Friday, February 16, 2018

2018 ITA Conference

This week I attended the 2018 ITA conference, held at ZOA House, Tel Aviv. This year the conference was a one-day event, with two parallel tracks.

The conference opened with a plenary workshop by John Di Rico, entitled "Selling Your Translation and Interpreting Services". The focus was on customer-centric sales, how to respond to an initial inquiry with a phone call where the translator learns the customer's real needs and can thus offer a service that meets these needs.

I attended mostly lectures in the business track rather than the professional track. Arie Rotem, CPA, gave details about tax-deductible expenses for self-employed professionals, and Tzahi Riefer explained how the new law making it compulsory for self-employed professionals to save for a pension works. These were both useful lectures on issues translators may leave to their accountants and not fully understand themselves. Then Anat Krauz discussed negotiations and conflict resolution by thinking outside the box, basically encouraging the awareness that things are not "either-or" and there are many different solutions to be found, and that it's up to us to decide how to respond in any given situation. This was a rather inspirational lecture and lacked practical examples of how actual conflicts were resolved using this non-adversarial thinking.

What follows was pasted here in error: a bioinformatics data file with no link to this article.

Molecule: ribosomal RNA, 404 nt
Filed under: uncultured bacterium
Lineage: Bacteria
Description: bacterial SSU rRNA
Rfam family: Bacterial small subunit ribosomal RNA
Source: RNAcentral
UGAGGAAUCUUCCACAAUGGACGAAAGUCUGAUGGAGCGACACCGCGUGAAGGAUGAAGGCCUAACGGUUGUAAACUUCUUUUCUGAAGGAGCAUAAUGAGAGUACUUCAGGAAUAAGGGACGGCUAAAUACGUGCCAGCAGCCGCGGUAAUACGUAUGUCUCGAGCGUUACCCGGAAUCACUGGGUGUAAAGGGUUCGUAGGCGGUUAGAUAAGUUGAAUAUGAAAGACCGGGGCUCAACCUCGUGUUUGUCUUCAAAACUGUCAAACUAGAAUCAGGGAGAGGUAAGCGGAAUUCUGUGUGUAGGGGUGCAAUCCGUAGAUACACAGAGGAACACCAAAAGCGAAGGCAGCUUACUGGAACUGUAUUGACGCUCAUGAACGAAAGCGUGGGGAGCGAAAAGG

After lunch, Inga Michaeli discussed various aspects of professional development, including specialization and adapting how we present ourselves on CVs and in social media to the sort of work we do and want to receive. Then I went to a presentation by Ofek Ron of Software Sources about ABBYY Fine Reader software, which involves OCR and various options for working with PDF documents. Some of the features are useful for translators, depending on the sort of documents they receive and produce.

The conference concluded with a plenary panel discussion. Representatives of four translation agencies, Inbal Amir Cohen from MGS, Rina Neeman from LegalTrans, Emanuel Weisgras from WeisWords, and Neta Ziv from Transnet, answered questions from the chair, Eliezer Nowodworski regarding how they work with their freelance translators. It was interesting to hear their perspective, though it has been many years since I worked with translation agencies. They agreed on many things, but had slightly different approaches on some issues, such as working with new translators and training them on the job.

While this conference was smaller than those of previous years, the quality remained consistent. I hope the ITA will be able to return to larger events in the future.